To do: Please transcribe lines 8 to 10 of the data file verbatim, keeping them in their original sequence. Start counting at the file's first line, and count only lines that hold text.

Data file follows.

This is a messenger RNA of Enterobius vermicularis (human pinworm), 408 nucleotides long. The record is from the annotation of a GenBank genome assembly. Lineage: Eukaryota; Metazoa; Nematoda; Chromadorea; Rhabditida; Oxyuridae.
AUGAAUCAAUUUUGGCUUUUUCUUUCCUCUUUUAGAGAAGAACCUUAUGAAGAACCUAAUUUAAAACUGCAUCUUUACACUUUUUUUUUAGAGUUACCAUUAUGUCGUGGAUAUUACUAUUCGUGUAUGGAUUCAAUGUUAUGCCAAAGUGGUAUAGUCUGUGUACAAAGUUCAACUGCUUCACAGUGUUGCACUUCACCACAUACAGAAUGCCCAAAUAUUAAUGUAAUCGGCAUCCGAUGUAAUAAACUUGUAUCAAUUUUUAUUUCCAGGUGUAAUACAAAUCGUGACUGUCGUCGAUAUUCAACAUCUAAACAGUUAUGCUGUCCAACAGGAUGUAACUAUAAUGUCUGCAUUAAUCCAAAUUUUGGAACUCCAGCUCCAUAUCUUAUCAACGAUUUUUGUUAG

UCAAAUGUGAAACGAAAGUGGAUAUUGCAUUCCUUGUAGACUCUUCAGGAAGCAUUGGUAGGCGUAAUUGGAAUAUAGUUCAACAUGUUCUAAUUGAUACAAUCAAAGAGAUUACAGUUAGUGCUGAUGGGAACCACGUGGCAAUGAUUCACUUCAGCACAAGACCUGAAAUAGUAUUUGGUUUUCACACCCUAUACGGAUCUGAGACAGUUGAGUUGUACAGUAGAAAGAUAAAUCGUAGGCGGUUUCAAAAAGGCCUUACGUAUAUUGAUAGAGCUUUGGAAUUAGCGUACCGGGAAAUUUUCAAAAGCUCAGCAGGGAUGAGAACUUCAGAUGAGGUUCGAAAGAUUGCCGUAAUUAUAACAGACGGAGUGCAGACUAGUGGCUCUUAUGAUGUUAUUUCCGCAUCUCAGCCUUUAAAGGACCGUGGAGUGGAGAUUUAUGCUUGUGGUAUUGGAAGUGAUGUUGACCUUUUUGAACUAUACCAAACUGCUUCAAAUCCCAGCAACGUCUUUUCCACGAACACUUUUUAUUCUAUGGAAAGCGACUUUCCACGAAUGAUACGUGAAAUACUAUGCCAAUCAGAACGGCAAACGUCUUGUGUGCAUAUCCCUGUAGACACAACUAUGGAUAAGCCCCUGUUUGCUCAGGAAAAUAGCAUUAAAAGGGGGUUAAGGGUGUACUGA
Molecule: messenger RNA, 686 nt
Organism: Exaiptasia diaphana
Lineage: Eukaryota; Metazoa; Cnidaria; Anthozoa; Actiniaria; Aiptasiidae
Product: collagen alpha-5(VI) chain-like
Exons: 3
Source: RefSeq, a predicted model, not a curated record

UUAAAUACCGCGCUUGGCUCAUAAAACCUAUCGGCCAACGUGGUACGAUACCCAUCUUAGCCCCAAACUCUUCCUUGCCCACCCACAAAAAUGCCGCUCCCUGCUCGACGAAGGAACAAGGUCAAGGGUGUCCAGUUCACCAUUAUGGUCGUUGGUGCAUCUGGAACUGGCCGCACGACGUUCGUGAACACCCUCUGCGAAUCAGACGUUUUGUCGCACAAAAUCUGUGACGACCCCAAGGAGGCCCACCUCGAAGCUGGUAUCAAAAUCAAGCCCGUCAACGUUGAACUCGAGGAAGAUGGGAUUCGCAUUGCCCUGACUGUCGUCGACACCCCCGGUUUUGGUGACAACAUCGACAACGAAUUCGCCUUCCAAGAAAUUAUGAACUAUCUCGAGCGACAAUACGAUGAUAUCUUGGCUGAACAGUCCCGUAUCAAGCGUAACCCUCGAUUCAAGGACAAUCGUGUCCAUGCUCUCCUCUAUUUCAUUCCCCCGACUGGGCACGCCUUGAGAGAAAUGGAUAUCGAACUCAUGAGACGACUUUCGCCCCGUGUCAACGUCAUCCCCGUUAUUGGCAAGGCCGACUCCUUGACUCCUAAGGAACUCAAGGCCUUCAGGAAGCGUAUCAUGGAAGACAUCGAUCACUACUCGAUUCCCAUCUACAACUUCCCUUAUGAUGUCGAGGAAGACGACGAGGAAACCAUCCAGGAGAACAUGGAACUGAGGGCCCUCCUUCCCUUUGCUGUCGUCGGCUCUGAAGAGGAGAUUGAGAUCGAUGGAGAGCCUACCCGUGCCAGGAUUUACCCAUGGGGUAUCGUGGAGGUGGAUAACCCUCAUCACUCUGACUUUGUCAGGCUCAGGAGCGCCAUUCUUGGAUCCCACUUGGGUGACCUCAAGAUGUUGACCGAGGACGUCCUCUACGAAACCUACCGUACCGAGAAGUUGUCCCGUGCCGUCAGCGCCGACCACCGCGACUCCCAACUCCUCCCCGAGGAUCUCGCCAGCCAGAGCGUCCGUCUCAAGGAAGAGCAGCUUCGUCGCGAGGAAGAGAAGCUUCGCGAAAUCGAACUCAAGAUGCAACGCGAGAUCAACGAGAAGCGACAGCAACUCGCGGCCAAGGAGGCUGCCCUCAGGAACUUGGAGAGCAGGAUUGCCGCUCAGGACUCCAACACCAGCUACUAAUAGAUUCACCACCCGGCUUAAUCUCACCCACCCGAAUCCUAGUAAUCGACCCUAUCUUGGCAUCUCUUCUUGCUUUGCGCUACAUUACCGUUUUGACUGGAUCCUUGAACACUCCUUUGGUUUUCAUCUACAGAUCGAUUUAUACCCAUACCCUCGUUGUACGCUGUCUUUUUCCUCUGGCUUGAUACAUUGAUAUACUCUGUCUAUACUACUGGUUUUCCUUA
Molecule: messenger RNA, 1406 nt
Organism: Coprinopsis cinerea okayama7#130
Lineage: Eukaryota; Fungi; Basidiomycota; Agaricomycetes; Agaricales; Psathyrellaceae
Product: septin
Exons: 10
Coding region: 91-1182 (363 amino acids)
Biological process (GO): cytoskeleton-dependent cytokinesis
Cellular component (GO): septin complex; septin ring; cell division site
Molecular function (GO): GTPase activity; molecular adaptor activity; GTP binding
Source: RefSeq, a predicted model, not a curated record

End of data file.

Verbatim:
Exons: 3
Source: RefSeq, a predicted model, not a curated record

UUAAAUACCGCGCUUGGCUCAUAAAACCUAUCGGCCAACGUGGUACGAUACCCAUCUUAGCCCCAAACUCUUCCUUGCCCACCCACAAAAAUGCCGCUCCCUGCUCGACGAAGGAACAAGGUCAAGGGUGUCCAGUUCACCAUUAUGGUCGUUGGUGCAUCUGGAACUGGCCGCACGACGUUCGUGAACACCCUCUGCGAAUCAGACGUUUUGUCGCACAAAAUCUGUGACGACCCCAAGGAGGCCCACCUCGAAGCUGGUAUCAAAAUCAAGCCCGUCAACGUUGAACUCGAGGAAGAUGGGAUUCGCAUUGCCCUGACUGUCGUCGACACCCCCGGUUUUGGUGACAACAUCGACAACGAAUUCGCCUUCCAAGAAAUUAUGAACUAUCUCGAGCGACAAUACGAUGAUAUCUUGGCUGAACAGUCCCGUAUCAAGCGUAACCCUCGAUUCAAGGACAAUCGUGUCCAUGCUCUCCUCUAUUUCAUUCCCCCGACUGGGCACGCCUUGAGAGAAAUGGAUAUCGAACUCAUGAGACGACUUUCGCCCCGUGUCAACGUCAUCCCCGUUAUUGGCAAGGCCGACUCCUUGACUCCUAAGGAACUCAAGGCCUUCAGGAAGCGUAUCAUGGAAGACAUCGAUCACUACUCGAUUCCCAUCUACAACUUCCCUUAUGAUGUCGAGGAAGACGACGAGGAAACCAUCCAGGAGAACAUGGAACUGAGGGCCCUCCUUCCCUUUGCUGUCGUCGGCUCUGAAGAGGAGAUUGAGAUCGAUGGAGAGCCUACCCGUGCCAGGAUUUACCCAUGGGGUAUCGUGGAGGUGGAUAACCCUCAUCACUCUGACUUUGUCAGGCUCAGGAGCGCCAUUCUUGGAUCCCACUUGGGUGACCUCAAGAUGUUGACCGAGGACGUCCUCUACGAAACCUACCGUACCGAGAAGUUGUCCCGUGCCGUCAGCGCCGACCACCGCGACUCCCAACUCCUCCCCGAGGAUCUCGCCAGCCAGAGCGUCCGUCUCAAGGAAGAGCAGCUUCGUCGCGAGGAAGAGAAGCUUCGCGAAAUCGAACUCAAGAUGCAACGCGAGAUCAACGAGAAGCGACAGCAACUCGCGGCCAAGGAGGCUGCCCUCAGGAACUUGGAGAGCAGGAUUGCCGCUCAGGACUCCAACACCAGCUACUAAUAGAUUCACCACCCGGCUUAAUCUCACCCACCCGAAUCCUAGUAAUCGACCCUAUCUUGGCAUCUCUUCUUGCUUUGCGCUACAUUACCGUUUUGACUGGAUCCUUGAACACUCCUUUGGUUUUCAUCUACAGAUCGAUUUAUACCCAUACCCUCGUUGUACGCUGUCUUUUUCCUCUGGCUUGAUACAUUGAUAUACUCUGUCUAUACUACUGGUUUUCCUUA